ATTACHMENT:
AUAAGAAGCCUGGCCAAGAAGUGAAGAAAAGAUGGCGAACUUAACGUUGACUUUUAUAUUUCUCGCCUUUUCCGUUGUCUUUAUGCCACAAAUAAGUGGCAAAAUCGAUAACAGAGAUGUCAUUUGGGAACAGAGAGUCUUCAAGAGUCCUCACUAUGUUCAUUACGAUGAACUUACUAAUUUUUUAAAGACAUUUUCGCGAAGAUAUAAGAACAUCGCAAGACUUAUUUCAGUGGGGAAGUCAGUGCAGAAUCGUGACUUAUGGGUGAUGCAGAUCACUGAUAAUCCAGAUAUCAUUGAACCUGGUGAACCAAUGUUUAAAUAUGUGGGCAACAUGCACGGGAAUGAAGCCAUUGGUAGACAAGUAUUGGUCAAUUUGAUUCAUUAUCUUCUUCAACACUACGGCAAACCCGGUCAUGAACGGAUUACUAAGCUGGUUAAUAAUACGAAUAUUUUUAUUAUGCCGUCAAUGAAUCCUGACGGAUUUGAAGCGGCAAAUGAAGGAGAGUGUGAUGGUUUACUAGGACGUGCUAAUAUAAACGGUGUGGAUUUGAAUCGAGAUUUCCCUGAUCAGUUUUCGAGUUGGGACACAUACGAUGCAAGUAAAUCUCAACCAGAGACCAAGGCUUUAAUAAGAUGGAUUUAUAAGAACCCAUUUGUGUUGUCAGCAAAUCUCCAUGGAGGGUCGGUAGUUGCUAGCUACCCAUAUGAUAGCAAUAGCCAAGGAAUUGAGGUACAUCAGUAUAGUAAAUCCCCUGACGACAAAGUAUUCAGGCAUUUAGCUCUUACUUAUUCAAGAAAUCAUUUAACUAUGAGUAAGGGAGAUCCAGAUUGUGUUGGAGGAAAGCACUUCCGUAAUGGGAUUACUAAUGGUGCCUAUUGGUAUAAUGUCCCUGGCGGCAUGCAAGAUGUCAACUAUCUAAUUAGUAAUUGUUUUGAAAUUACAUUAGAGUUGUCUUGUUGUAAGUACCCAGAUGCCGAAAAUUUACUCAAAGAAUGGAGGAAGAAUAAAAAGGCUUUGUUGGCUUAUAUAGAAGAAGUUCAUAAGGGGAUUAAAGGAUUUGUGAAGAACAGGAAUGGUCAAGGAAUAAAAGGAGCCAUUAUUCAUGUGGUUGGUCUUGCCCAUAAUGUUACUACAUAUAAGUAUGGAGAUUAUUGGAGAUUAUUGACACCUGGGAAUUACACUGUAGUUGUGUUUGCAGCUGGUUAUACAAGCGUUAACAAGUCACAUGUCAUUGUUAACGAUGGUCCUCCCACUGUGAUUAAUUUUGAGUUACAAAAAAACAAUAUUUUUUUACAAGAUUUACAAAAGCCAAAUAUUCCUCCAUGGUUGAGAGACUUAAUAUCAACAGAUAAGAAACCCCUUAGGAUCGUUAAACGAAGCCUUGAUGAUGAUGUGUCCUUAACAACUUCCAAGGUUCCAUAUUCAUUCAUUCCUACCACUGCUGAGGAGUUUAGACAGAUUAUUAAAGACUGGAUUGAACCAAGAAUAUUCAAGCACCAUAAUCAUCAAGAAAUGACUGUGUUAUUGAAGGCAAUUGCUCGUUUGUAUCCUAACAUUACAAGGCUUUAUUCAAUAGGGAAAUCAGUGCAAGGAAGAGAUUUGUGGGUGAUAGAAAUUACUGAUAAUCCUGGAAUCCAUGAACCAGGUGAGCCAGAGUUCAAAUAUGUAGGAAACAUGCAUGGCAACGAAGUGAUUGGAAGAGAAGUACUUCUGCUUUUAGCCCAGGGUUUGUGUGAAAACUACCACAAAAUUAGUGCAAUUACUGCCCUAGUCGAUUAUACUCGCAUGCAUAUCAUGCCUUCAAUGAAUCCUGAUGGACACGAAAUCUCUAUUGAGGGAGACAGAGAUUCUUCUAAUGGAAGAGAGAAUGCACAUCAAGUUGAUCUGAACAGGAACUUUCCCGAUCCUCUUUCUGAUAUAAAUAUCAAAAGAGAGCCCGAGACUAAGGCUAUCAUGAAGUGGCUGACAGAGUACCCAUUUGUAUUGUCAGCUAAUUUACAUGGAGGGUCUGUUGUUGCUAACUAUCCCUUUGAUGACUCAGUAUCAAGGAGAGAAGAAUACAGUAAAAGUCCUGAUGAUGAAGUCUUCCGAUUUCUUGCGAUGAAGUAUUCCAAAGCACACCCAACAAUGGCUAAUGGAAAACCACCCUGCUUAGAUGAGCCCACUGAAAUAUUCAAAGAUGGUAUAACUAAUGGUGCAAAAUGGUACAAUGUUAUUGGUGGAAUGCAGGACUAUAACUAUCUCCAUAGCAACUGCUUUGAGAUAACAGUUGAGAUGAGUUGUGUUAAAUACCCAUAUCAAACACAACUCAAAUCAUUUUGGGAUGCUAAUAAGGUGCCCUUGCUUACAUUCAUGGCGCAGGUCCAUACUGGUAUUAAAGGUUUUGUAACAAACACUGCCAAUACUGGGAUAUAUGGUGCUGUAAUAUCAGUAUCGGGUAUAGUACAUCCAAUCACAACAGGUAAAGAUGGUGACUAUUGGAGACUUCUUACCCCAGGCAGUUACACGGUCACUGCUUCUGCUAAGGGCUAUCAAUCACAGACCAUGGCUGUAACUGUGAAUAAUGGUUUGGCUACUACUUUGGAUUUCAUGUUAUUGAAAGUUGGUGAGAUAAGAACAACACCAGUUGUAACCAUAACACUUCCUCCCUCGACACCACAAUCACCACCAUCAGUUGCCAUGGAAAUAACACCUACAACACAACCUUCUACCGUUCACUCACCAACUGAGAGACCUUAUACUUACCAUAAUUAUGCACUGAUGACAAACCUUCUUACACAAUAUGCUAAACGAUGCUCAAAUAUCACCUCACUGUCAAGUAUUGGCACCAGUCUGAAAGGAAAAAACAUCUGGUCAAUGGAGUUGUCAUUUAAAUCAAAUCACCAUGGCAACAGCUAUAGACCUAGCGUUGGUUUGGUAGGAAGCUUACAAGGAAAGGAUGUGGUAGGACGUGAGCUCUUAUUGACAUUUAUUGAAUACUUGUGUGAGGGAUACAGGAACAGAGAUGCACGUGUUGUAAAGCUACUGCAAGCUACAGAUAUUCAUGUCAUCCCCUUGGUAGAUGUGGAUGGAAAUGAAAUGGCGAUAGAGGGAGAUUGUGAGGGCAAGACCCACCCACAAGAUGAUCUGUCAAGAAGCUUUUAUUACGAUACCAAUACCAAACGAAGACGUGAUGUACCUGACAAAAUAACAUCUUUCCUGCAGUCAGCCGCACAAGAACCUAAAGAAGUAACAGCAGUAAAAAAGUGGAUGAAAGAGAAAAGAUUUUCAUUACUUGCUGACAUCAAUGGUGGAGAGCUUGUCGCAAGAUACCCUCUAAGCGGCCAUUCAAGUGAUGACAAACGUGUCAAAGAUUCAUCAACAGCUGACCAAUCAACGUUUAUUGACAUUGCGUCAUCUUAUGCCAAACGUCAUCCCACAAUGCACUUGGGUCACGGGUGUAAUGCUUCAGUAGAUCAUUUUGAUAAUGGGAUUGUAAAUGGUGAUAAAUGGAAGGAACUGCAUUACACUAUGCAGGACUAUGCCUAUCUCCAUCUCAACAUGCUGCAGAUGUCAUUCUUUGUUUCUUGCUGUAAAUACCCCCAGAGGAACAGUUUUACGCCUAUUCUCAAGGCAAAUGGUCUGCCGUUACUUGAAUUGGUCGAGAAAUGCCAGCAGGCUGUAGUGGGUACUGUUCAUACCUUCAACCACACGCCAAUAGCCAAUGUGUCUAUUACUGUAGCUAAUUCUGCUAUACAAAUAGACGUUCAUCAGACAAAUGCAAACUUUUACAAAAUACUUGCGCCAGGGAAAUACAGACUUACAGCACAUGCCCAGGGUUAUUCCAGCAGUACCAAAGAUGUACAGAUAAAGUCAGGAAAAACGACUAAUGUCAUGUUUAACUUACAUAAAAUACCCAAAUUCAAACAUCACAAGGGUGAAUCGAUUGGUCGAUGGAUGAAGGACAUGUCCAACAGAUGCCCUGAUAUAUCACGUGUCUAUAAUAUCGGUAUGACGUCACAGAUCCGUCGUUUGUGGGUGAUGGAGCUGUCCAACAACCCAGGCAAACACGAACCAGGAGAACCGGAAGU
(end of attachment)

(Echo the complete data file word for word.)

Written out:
AUAAGAAGCCUGGCCAAGAAGUGAAGAAAAGAUGGCGAACUUAACGUUGACUUUUAUAUUUCUCGCCUUUUCCGUUGUCUUUAUGCCACAAAUAAGUGGCAAAAUCGAUAACAGAGAUGUCAUUUGGGAACAGAGAGUCUUCAAGAGUCCUCACUAUGUUCAUUACGAUGAACUUACUAAUUUUUUAAAGACAUUUUCGCGAAGAUAUAAGAACAUCGCAAGACUUAUUUCAGUGGGGAAGUCAGUGCAGAAUCGUGACUUAUGGGUGAUGCAGAUCACUGAUAAUCCAGAUAUCAUUGAACCUGGUGAACCAAUGUUUAAAUAUGUGGGCAACAUGCACGGGAAUGAAGCCAUUGGUAGACAAGUAUUGGUCAAUUUGAUUCAUUAUCUUCUUCAACACUACGGCAAACCCGGUCAUGAACGGAUUACUAAGCUGGUUAAUAAUACGAAUAUUUUUAUUAUGCCGUCAAUGAAUCCUGACGGAUUUGAAGCGGCAAAUGAAGGAGAGUGUGAUGGUUUACUAGGACGUGCUAAUAUAAACGGUGUGGAUUUGAAUCGAGAUUUCCCUGAUCAGUUUUCGAGUUGGGACACAUACGAUGCAAGUAAAUCUCAACCAGAGACCAAGGCUUUAAUAAGAUGGAUUUAUAAGAACCCAUUUGUGUUGUCAGCAAAUCUCCAUGGAGGGUCGGUAGUUGCUAGCUACCCAUAUGAUAGCAAUAGCCAAGGAAUUGAGGUACAUCAGUAUAGUAAAUCCCCUGACGACAAAGUAUUCAGGCAUUUAGCUCUUACUUAUUCAAGAAAUCAUUUAACUAUGAGUAAGGGAGAUCCAGAUUGUGUUGGAGGAAAGCACUUCCGUAAUGGGAUUACUAAUGGUGCCUAUUGGUAUAAUGUCCCUGGCGGCAUGCAAGAUGUCAACUAUCUAAUUAGUAAUUGUUUUGAAAUUACAUUAGAGUUGUCUUGUUGUAAGUACCCAGAUGCCGAAAAUUUACUCAAAGAAUGGAGGAAGAAUAAAAAGGCUUUGUUGGCUUAUAUAGAAGAAGUUCAUAAGGGGAUUAAAGGAUUUGUGAAGAACAGGAAUGGUCAAGGAAUAAAAGGAGCCAUUAUUCAUGUGGUUGGUCUUGCCCAUAAUGUUACUACAUAUAAGUAUGGAGAUUAUUGGAGAUUAUUGACACCUGGGAAUUACACUGUAGUUGUGUUUGCAGCUGGUUAUACAAGCGUUAACAAGUCACAUGUCAUUGUUAACGAUGGUCCUCCCACUGUGAUUAAUUUUGAGUUACAAAAAAACAAUAUUUUUUUACAAGAUUUACAAAAGCCAAAUAUUCCUCCAUGGUUGAGAGACUUAAUAUCAACAGAUAAGAAACCCCUUAGGAUCGUUAAACGAAGCCUUGAUGAUGAUGUGUCCUUAACAACUUCCAAGGUUCCAUAUUCAUUCAUUCCUACCACUGCUGAGGAGUUUAGACAGAUUAUUAAAGACUGGAUUGAACCAAGAAUAUUCAAGCACCAUAAUCAUCAAGAAAUGACUGUGUUAUUGAAGGCAAUUGCUCGUUUGUAUCCUAACAUUACAAGGCUUUAUUCAAUAGGGAAAUCAGUGCAAGGAAGAGAUUUGUGGGUGAUAGAAAUUACUGAUAAUCCUGGAAUCCAUGAACCAGGUGAGCCAGAGUUCAAAUAUGUAGGAAACAUGCAUGGCAACGAAGUGAUUGGAAGAGAAGUACUUCUGCUUUUAGCCCAGGGUUUGUGUGAAAACUACCACAAAAUUAGUGCAAUUACUGCCCUAGUCGAUUAUACUCGCAUGCAUAUCAUGCCUUCAAUGAAUCCUGAUGGACACGAAAUCUCUAUUGAGGGAGACAGAGAUUCUUCUAAUGGAAGAGAGAAUGCACAUCAAGUUGAUCUGAACAGGAACUUUCCCGAUCCUCUUUCUGAUAUAAAUAUCAAAAGAGAGCCCGAGACUAAGGCUAUCAUGAAGUGGCUGACAGAGUACCCAUUUGUAUUGUCAGCUAAUUUACAUGGAGGGUCUGUUGUUGCUAACUAUCCCUUUGAUGACUCAGUAUCAAGGAGAGAAGAAUACAGUAAAAGUCCUGAUGAUGAAGUCUUCCGAUUUCUUGCGAUGAAGUAUUCCAAAGCACACCCAACAAUGGCUAAUGGAAAACCACCCUGCUUAGAUGAGCCCACUGAAAUAUUCAAAGAUGGUAUAACUAAUGGUGCAAAAUGGUACAAUGUUAUUGGUGGAAUGCAGGACUAUAACUAUCUCCAUAGCAACUGCUUUGAGAUAACAGUUGAGAUGAGUUGUGUUAAAUACCCAUAUCAAACACAACUCAAAUCAUUUUGGGAUGCUAAUAAGGUGCCCUUGCUUACAUUCAUGGCGCAGGUCCAUACUGGUAUUAAAGGUUUUGUAACAAACACUGCCAAUACUGGGAUAUAUGGUGCUGUAAUAUCAGUAUCGGGUAUAGUACAUCCAAUCACAACAGGUAAAGAUGGUGACUAUUGGAGACUUCUUACCCCAGGCAGUUACACGGUCACUGCUUCUGCUAAGGGCUAUCAAUCACAGACCAUGGCUGUAACUGUGAAUAAUGGUUUGGCUACUACUUUGGAUUUCAUGUUAUUGAAAGUUGGUGAGAUAAGAACAACACCAGUUGUAACCAUAACACUUCCUCCCUCGACACCACAAUCACCACCAUCAGUUGCCAUGGAAAUAACACCUACAACACAACCUUCUACCGUUCACUCACCAACUGAGAGACCUUAUACUUACCAUAAUUAUGCACUGAUGACAAACCUUCUUACACAAUAUGCUAAACGAUGCUCAAAUAUCACCUCACUGUCAAGUAUUGGCACCAGUCUGAAAGGAAAAAACAUCUGGUCAAUGGAGUUGUCAUUUAAAUCAAAUCACCAUGGCAACAGCUAUAGACCUAGCGUUGGUUUGGUAGGAAGCUUACAAGGAAAGGAUGUGGUAGGACGUGAGCUCUUAUUGACAUUUAUUGAAUACUUGUGUGAGGGAUACAGGAACAGAGAUGCACGUGUUGUAAAGCUACUGCAAGCUACAGAUAUUCAUGUCAUCCCCUUGGUAGAUGUGGAUGGAAAUGAAAUGGCGAUAGAGGGAGAUUGUGAGGGCAAGACCCACCCACAAGAUGAUCUGUCAAGAAGCUUUUAUUACGAUACCAAUACCAAACGAAGACGUGAUGUACCUGACAAAAUAACAUCUUUCCUGCAGUCAGCCGCACAAGAACCUAAAGAAGUAACAGCAGUAAAAAAGUGGAUGAAAGAGAAAAGAUUUUCAUUACUUGCUGACAUCAAUGGUGGAGAGCUUGUCGCAAGAUACCCUCUAAGCGGCCAUUCAAGUGAUGACAAACGUGUCAAAGAUUCAUCAACAGCUGACCAAUCAACGUUUAUUGACAUUGCGUCAUCUUAUGCCAAACGUCAUCCCACAAUGCACUUGGGUCACGGGUGUAAUGCUUCAGUAGAUCAUUUUGAUAAUGGGAUUGUAAAUGGUGAUAAAUGGAAGGAACUGCAUUACACUAUGCAGGACUAUGCCUAUCUCCAUCUCAACAUGCUGCAGAUGUCAUUCUUUGUUUCUUGCUGUAAAUACCCCCAGAGGAACAGUUUUACGCCUAUUCUCAAGGCAAAUGGUCUGCCGUUACUUGAAUUGGUCGAGAAAUGCCAGCAGGCUGUAGUGGGUACUGUUCAUACCUUCAACCACACGCCAAUAGCCAAUGUGUCUAUUACUGUAGCUAAUUCUGCUAUACAAAUAGACGUUCAUCAGACAAAUGCAAACUUUUACAAAAUACUUGCGCCAGGGAAAUACAGACUUACAGCACAUGCCCAGGGUUAUUCCAGCAGUACCAAAGAUGUACAGAUAAAGUCAGGAAAAACGACUAAUGUCAUGUUUAACUUACAUAAAAUACCCAAAUUCAAACAUCACAAGGGUGAAUCGAUUGGUCGAUGGAUGAAGGACAUGUCCAACAGAUGCCCUGAUAUAUCACGUGUCUAUAAUAUCGGUAUGACGUCACAGAUCCGUCGUUUGUGGGUGAUGGAGCUGUCCAACAACCCAGGCAAACACGAACCAGGAGAACCGGAAGU